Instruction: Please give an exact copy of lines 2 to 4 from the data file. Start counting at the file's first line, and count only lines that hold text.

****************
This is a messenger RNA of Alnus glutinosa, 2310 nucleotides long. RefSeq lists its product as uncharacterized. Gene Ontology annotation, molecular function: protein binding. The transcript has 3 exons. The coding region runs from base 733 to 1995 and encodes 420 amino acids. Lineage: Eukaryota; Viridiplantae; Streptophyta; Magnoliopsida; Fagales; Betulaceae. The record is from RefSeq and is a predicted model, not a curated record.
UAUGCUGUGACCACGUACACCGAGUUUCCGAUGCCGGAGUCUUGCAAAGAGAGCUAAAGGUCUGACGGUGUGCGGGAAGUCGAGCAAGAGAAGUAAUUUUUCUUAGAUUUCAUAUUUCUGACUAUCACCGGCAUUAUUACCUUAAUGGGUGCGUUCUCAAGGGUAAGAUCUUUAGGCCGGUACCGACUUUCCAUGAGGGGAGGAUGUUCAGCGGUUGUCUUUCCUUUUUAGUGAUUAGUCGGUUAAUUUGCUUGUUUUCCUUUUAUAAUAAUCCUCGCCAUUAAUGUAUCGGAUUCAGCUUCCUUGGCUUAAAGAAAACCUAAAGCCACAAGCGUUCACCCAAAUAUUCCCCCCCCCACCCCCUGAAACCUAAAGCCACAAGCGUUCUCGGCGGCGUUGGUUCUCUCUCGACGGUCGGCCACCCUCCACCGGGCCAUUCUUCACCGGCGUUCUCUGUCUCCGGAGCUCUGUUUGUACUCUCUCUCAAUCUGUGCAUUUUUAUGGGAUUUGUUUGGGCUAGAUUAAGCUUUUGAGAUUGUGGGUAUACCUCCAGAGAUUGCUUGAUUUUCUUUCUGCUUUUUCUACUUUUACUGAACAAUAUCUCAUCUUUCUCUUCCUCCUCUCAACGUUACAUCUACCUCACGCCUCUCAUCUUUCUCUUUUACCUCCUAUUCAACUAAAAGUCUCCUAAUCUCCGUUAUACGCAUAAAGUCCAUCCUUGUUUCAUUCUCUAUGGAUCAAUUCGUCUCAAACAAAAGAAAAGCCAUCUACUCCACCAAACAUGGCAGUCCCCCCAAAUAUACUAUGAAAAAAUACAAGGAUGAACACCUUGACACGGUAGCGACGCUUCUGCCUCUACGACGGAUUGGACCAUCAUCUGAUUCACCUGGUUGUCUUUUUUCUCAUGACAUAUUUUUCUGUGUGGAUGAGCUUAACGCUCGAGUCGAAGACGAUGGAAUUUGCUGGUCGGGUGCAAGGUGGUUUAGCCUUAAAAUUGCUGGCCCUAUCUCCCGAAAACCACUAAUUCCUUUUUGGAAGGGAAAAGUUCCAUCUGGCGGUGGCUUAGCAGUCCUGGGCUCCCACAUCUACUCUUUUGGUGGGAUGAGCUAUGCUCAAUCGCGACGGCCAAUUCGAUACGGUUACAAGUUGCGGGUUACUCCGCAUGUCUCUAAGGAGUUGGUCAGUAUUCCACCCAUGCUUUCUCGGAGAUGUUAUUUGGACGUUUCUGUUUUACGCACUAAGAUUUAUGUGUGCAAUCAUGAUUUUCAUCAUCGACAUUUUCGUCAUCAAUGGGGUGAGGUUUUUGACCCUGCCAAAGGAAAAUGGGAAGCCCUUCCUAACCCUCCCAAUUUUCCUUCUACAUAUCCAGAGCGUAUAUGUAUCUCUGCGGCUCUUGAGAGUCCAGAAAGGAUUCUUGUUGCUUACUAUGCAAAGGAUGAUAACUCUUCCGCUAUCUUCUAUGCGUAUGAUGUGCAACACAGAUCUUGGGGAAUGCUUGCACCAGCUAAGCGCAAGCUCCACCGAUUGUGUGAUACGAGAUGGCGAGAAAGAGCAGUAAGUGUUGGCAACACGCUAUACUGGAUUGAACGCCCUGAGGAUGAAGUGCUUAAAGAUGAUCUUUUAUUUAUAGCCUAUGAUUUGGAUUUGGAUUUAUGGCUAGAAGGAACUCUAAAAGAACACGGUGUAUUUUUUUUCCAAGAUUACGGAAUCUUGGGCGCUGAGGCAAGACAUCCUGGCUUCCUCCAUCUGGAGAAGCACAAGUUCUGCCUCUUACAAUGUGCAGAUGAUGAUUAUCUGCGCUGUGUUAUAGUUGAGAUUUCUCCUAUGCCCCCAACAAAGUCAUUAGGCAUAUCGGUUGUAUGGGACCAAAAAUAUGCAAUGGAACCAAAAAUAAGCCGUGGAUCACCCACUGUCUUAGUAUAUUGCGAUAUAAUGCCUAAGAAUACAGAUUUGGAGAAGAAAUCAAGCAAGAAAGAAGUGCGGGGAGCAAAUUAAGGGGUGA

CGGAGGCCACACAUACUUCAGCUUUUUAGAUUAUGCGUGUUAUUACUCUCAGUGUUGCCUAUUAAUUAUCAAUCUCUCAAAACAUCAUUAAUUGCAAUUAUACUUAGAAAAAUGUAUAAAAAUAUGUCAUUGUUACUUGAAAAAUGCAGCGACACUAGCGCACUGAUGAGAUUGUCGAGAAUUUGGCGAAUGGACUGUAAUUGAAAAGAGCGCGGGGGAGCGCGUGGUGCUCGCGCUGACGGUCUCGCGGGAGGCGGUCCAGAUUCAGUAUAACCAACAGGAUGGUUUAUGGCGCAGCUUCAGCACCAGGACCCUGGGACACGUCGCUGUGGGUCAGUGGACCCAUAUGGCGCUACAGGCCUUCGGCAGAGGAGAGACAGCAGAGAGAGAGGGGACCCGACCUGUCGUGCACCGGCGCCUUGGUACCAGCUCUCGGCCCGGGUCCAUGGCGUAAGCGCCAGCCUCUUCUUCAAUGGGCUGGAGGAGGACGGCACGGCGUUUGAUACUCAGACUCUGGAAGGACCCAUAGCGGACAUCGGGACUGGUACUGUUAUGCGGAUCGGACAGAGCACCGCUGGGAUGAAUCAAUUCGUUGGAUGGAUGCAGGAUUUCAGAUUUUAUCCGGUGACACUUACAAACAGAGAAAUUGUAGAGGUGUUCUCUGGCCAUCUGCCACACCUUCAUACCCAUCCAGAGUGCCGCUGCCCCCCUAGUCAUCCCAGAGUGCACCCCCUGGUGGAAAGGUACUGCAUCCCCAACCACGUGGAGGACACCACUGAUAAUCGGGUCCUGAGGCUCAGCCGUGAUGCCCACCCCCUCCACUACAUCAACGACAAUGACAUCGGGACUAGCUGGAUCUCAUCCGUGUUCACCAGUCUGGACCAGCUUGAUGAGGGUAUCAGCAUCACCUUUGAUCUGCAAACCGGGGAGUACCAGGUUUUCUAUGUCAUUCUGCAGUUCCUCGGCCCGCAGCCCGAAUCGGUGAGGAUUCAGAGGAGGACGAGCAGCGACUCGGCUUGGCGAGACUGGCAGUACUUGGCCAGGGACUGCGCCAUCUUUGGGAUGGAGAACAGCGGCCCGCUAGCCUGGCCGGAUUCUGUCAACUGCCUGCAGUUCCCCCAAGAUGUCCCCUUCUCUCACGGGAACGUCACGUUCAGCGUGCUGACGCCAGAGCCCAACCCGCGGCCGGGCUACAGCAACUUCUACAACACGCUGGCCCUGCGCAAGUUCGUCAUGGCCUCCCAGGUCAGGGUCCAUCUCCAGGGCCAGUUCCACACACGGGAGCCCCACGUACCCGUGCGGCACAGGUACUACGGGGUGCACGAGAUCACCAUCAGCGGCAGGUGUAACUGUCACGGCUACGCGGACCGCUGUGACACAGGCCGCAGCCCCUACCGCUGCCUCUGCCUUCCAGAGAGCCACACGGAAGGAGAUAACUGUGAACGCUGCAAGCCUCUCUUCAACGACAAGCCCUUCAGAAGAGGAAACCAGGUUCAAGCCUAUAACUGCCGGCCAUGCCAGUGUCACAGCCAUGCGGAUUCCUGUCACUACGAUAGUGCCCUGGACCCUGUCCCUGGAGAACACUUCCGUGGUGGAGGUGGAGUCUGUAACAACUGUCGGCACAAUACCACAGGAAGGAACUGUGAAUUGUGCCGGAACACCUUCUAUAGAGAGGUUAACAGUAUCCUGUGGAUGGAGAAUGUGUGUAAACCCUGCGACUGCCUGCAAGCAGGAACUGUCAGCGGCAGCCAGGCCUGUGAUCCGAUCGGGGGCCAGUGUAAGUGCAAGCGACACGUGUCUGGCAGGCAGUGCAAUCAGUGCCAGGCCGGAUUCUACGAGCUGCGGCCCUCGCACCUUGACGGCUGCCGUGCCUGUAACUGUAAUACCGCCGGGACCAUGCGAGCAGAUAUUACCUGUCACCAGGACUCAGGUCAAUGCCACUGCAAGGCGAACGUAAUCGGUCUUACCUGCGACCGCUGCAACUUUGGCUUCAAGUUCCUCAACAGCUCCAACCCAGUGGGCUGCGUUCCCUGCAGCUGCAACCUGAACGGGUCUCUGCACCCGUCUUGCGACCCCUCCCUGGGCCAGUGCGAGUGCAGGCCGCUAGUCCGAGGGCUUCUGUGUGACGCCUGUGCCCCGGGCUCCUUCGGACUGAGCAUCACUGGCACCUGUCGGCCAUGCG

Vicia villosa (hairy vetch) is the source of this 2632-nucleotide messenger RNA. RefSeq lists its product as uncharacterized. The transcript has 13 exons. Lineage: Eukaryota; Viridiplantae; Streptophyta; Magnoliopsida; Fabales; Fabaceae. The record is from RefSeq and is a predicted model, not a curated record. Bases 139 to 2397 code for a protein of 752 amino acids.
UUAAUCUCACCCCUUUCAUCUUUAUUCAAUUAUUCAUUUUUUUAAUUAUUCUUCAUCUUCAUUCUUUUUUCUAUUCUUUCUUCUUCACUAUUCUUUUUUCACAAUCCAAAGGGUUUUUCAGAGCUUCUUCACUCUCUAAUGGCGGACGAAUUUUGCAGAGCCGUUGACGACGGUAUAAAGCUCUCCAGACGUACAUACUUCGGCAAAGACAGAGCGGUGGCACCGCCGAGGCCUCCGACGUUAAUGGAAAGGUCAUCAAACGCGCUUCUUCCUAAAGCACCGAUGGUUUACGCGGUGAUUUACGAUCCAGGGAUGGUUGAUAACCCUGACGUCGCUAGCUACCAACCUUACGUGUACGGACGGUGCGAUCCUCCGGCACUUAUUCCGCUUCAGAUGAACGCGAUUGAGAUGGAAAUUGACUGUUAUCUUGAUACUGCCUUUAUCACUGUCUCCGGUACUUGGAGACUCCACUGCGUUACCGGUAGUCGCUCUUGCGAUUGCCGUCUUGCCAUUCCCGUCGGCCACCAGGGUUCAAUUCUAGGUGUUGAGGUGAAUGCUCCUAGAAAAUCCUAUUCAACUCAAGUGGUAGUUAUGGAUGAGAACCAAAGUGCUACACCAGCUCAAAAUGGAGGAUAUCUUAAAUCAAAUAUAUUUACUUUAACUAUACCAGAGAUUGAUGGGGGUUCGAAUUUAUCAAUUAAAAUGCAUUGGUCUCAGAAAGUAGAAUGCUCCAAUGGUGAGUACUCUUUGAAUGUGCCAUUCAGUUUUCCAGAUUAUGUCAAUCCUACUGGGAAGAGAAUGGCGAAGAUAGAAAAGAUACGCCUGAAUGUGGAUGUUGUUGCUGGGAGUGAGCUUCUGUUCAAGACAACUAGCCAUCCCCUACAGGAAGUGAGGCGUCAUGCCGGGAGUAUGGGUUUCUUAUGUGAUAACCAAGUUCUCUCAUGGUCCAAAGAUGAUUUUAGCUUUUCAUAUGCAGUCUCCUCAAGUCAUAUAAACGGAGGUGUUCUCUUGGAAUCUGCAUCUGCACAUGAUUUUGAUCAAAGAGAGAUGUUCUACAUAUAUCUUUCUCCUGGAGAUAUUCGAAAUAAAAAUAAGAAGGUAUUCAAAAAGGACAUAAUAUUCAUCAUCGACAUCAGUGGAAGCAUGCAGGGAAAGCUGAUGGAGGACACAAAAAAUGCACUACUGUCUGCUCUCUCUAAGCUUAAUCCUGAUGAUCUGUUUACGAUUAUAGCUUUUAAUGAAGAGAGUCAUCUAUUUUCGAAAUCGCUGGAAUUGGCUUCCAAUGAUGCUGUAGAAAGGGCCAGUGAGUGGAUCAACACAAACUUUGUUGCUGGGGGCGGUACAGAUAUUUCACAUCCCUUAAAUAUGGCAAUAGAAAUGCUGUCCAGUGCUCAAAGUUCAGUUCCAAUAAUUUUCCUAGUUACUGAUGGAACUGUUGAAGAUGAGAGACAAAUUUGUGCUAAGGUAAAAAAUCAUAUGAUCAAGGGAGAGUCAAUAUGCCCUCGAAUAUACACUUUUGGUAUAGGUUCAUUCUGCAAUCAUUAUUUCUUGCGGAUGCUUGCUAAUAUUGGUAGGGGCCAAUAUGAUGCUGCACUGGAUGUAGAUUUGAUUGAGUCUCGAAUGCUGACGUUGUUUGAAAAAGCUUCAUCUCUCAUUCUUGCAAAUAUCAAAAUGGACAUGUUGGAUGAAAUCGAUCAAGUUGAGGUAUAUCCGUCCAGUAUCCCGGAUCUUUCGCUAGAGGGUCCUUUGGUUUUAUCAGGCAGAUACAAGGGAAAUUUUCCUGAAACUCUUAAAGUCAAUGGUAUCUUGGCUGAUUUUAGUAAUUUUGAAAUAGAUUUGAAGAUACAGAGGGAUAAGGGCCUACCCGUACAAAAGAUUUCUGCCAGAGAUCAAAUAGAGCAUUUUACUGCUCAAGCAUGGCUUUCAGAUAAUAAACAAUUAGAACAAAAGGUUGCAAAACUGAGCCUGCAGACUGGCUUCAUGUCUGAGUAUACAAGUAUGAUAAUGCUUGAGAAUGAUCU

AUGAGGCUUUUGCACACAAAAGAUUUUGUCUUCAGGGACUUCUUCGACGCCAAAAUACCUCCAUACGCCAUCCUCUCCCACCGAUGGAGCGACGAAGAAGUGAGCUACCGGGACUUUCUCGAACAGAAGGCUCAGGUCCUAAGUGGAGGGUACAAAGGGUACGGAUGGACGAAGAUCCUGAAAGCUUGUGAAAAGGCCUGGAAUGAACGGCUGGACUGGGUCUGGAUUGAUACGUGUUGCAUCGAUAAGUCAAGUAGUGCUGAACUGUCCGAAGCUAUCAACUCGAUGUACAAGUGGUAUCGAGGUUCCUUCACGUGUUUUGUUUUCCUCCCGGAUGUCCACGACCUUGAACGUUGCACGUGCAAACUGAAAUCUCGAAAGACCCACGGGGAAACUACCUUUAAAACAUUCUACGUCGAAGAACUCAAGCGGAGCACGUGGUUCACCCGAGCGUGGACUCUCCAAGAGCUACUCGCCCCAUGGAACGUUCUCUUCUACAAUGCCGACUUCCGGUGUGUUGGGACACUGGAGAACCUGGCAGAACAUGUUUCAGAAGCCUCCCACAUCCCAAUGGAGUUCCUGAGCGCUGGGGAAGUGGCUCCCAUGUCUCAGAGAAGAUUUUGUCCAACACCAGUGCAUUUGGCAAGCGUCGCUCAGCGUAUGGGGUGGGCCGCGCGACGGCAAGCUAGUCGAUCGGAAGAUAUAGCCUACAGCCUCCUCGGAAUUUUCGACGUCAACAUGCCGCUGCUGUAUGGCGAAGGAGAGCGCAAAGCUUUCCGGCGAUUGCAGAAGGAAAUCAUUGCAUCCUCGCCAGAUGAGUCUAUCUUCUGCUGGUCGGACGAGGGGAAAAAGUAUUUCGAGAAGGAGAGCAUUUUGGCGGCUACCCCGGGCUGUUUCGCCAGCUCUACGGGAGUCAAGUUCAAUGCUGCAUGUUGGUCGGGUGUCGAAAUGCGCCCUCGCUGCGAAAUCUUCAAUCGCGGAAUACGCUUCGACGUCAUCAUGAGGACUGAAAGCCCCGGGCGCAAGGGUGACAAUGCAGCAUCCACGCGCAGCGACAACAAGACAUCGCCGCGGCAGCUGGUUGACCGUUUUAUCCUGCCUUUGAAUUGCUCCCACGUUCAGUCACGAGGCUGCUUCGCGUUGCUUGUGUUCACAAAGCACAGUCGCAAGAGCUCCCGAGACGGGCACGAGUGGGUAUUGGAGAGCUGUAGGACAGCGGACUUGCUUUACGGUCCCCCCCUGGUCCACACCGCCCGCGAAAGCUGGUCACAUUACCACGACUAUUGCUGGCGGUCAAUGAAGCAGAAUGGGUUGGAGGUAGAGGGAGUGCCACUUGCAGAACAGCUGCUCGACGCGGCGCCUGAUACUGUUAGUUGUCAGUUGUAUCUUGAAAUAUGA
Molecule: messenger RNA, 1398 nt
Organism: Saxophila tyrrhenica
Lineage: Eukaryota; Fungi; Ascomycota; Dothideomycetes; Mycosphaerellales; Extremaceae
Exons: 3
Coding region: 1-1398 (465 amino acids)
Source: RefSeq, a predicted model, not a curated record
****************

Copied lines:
UAUGCUGUGACCACGUACACCGAGUUUCCGAUGCCGGAGUCUUGCAAAGAGAGCUAAAGGUCUGACGGUGUGCGGGAAGUCGAGCAAGAGAAGUAAUUUUUCUUAGAUUUCAUAUUUCUGACUAUCACCGGCAUUAUUACCUUAAUGGGUGCGUUCUCAAGGGUAAGAUCUUUAGGCCGGUACCGACUUUCCAUGAGGGGAGGAUGUUCAGCGGUUGUCUUUCCUUUUUAGUGAUUAGUCGGUUAAUUUGCUUGUUUUCCUUUUAUAAUAAUCCUCGCCAUUAAUGUAUCGGAUUCAGCUUCCUUGGCUUAAAGAAAACCUAAAGCCACAAGCGUUCACCCAAAUAUUCCCCCCCCCACCCCCUGAAACCUAAAGCCACAAGCGUUCUCGGCGGCGUUGGUUCUCUCUCGACGGUCGGCCACCCUCCACCGGGCCAUUCUUCACCGGCGUUCUCUGUCUCCGGAGCUCUGUUUGUACUCUCUCUCAAUCUGUGCAUUUUUAUGGGAUUUGUUUGGGCUAGAUUAAGCUUUUGAGAUUGUGGGUAUACCUCCAGAGAUUGCUUGAUUUUCUUUCUGCUUUUUCUACUUUUACUGAACAAUAUCUCAUCUUUCUCUUCCUCCUCUCAACGUUACAUCUACCUCACGCCUCUCAUCUUUCUCUUUUACCUCCUAUUCAACUAAAAGUCUCCUAAUCUCCGUUAUACGCAUAAAGUCCAUCCUUGUUUCAUUCUCUAUGGAUCAAUUCGUCUCAAACAAAAGAAAAGCCAUCUACUCCACCAAACAUGGCAGUCCCCCCAAAUAUACUAUGAAAAAAUACAAGGAUGAACACCUUGACACGGUAGCGACGCUUCUGCCUCUACGACGGAUUGGACCAUCAUCUGAUUCACCUGGUUGUCUUUUUUCUCAUGACAUAUUUUUCUGUGUGGAUGAGCUUAACGCUCGAGUCGAAGACGAUGGAAUUUGCUGGUCGGGUGCAAGGUGGUUUAGCCUUAAAAUUGCUGGCCCUAUCUCCCGAAAACCACUAAUUCCUUUUUGGAAGGGAAAAGUUCCAUCUGGCGGUGGCUUAGCAGUCCUGGGCUCCCACAUCUACUCUUUUGGUGGGAUGAGCUAUGCUCAAUCGCGACGGCCAAUUCGAUACGGUUACAAGUUGCGGGUUACUCCGCAUGUCUCUAAGGAGUUGGUCAGUAUUCCACCCAUGCUUUCUCGGAGAUGUUAUUUGGACGUUUCUGUUUUACGCACUAAGAUUUAUGUGUGCAAUCAUGAUUUUCAUCAUCGACAUUUUCGUCAUCAAUGGGGUGAGGUUUUUGACCCUGCCAAAGGAAAAUGGGAAGCCCUUCCUAACCCUCCCAAUUUUCCUUCUACAUAUCCAGAGCGUAUAUGUAUCUCUGCGGCUCUUGAGAGUCCAGAAAGGAUUCUUGUUGCUUACUAUGCAAAGGAUGAUAACUCUUCCGCUAUCUUCUAUGCGUAUGAUGUGCAACACAGAUCUUGGGGAAUGCUUGCACCAGCUAAGCGCAAGCUCCACCGAUUGUGUGAUACGAGAUGGCGAGAAAGAGCAGUAAGUGUUGGCAACACGCUAUACUGGAUUGAACGCCCUGAGGAUGAAGUGCUUAAAGAUGAUCUUUUAUUUAUAGCCUAUGAUUUGGAUUUGGAUUUAUGGCUAGAAGGAACUCUAAAAGAACACGGUGUAUUUUUUUUCCAAGAUUACGGAAUCUUGGGCGCUGAGGCAAGACAUCCUGGCUUCCUCCAUCUGGAGAAGCACAAGUUCUGCCUCUUACAAUGUGCAGAUGAUGAUUAUCUGCGCUGUGUUAUAGUUGAGAUUUCUCCUAUGCCCCCAACAAAGUCAUUAGGCAUAUCGGUUGUAUGGGACCAAAAAUAUGCAAUGGAACCAAAAAUAAGCCGUGGAUCACCCACUGUCUUAGUAUAUUGCGAUAUAAUGCCUAAGAAUACAGAUUUGGAGAAGAAAUCAAGCAAGAAAGAAGUGCGGGGAGCAAAUUAAGGGGUGA

CGGAGGCCACACAUACUUCAGCUUUUUAGAUUAUGCGUGUUAUUACUCUCAGUGUUGCCUAUUAAUUAUCAAUCUCUCAAAACAUCAUUAAUUGCAAUUAUACUUAGAAAAAUGUAUAAAAAUAUGUCAUUGUUACUUGAAAAAUGCAGCGACACUAGCGCACUGAUGAGAUUGUCGAGAAUUUGGCGAAUGGACUGUAAUUGAAAAGAGCGCGGGGGAGCGCGUGGUGCUCGCGCUGACGGUCUCGCGGGAGGCGGUCCAGAUUCAGUAUAACCAACAGGAUGGUUUAUGGCGCAGCUUCAGCACCAGGACCCUGGGACACGUCGCUGUGGGUCAGUGGACCCAUAUGGCGCUACAGGCCUUCGGCAGAGGAGAGACAGCAGAGAGAGAGGGGACCCGACCUGUCGUGCACCGGCGCCUUGGUACCAGCUCUCGGCCCGGGUCCAUGGCGUAAGCGCCAGCCUCUUCUUCAAUGGGCUGGAGGAGGACGGCACGGCGUUUGAUACUCAGACUCUGGAAGGACCCAUAGCGGACAUCGGGACUGGUACUGUUAUGCGGAUCGGACAGAGCACCGCUGGGAUGAAUCAAUUCGUUGGAUGGAUGCAGGAUUUCAGAUUUUAUCCGGUGACACUUACAAACAGAGAAAUUGUAGAGGUGUUCUCUGGCCAUCUGCCACACCUUCAUACCCAUCCAGAGUGCCGCUGCCCCCCUAGUCAUCCCAGAGUGCACCCCCUGGUGGAAAGGUACUGCAUCCCCAACCACGUGGAGGACACCACUGAUAAUCGGGUCCUGAGGCUCAGCCGUGAUGCCCACCCCCUCCACUACAUCAACGACAAUGACAUCGGGACUAGCUGGAUCUCAUCCGUGUUCACCAGUCUGGACCAGCUUGAUGAGGGUAUCAGCAUCACCUUUGAUCUGCAAACCGGGGAGUACCAGGUUUUCUAUGUCAUUCUGCAGUUCCUCGGCCCGCAGCCCGAAUCGGUGAGGAUUCAGAGGAGGACGAGCAGCGACUCGGCUUGGCGAGACUGGCAGUACUUGGCCAGGGACUGCGCCAUCUUUGGGAUGGAGAACAGCGGCCCGCUAGCCUGGCCGGAUUCUGUCAACUGCCUGCAGUUCCCCCAAGAUGUCCCCUUCUCUCACGGGAACGUCACGUUCAGCGUGCUGACGCCAGAGCCCAACCCGCGGCCGGGCUACAGCAACUUCUACAACACGCUGGCCCUGCGCAAGUUCGUCAUGGCCUCCCAGGUCAGGGUCCAUCUCCAGGGCCAGUUCCACACACGGGAGCCCCACGUACCCGUGCGGCACAGGUACUACGGGGUGCACGAGAUCACCAUCAGCGGCAGGUGUAACUGUCACGGCUACGCGGACCGCUGUGACACAGGCCGCAGCCCCUACCGCUGCCUCUGCCUUCCAGAGAGCCACACGGAAGGAGAUAACUGUGAACGCUGCAAGCCUCUCUUCAACGACAAGCCCUUCAGAAGAGGAAACCAGGUUCAAGCCUAUAACUGCCGGCCAUGCCAGUGUCACAGCCAUGCGGAUUCCUGUCACUACGAUAGUGCCCUGGACCCUGUCCCUGGAGAACACUUCCGUGGUGGAGGUGGAGUCUGUAACAACUGUCGGCACAAUACCACAGGAAGGAACUGUGAAUUGUGCCGGAACACCUUCUAUAGAGAGGUUAACAGUAUCCUGUGGAUGGAGAAUGUGUGUAAACCCUGCGACUGCCUGCAAGCAGGAACUGUCAGCGGCAGCCAGGCCUGUGAUCCGAUCGGGGGCCAGUGUAAGUGCAAGCGACACGUGUCUGGCAGGCAGUGCAAUCAGUGCCAGGCCGGAUUCUACGAGCUGCGGCCCUCGCACCUUGACGGCUGCCGUGCCUGUAACUGUAAUACCGCCGGGACCAUGCGAGCAGAUAUUACCUGUCACCAGGACUCAGGUCAAUGCCACUGCAAGGCGAACGUAAUCGGUCUUACCUGCGACCGCUGCAACUUUGGCUUCAAGUUCCUCAACAGCUCCAACCCAGUGGGCUGCGUUCCCUGCAGCUGCAACCUGAACGGGUCUCUGCACCCGUCUUGCGACCCCUCCCUGGGCCAGUGCGAGUGCAGGCCGCUAGUCCGAGGGCUUCUGUGUGACGCCUGUGCCCCGGGCUCCUUCGGACUGAGCAUCACUGGCACCUGUCGGCCAUGCG

Vicia villosa (hairy vetch) is the source of this 2632-nucleotide messenger RNA. RefSeq lists its product as uncharacterized. The transcript has 13 exons. Lineage: Eukaryota; Viridiplantae; Streptophyta; Magnoliopsida; Fabales; Fabaceae. The record is from RefSeq and is a predicted model, not a curated record. Bases 139 to 2397 code for a protein of 752 amino acids.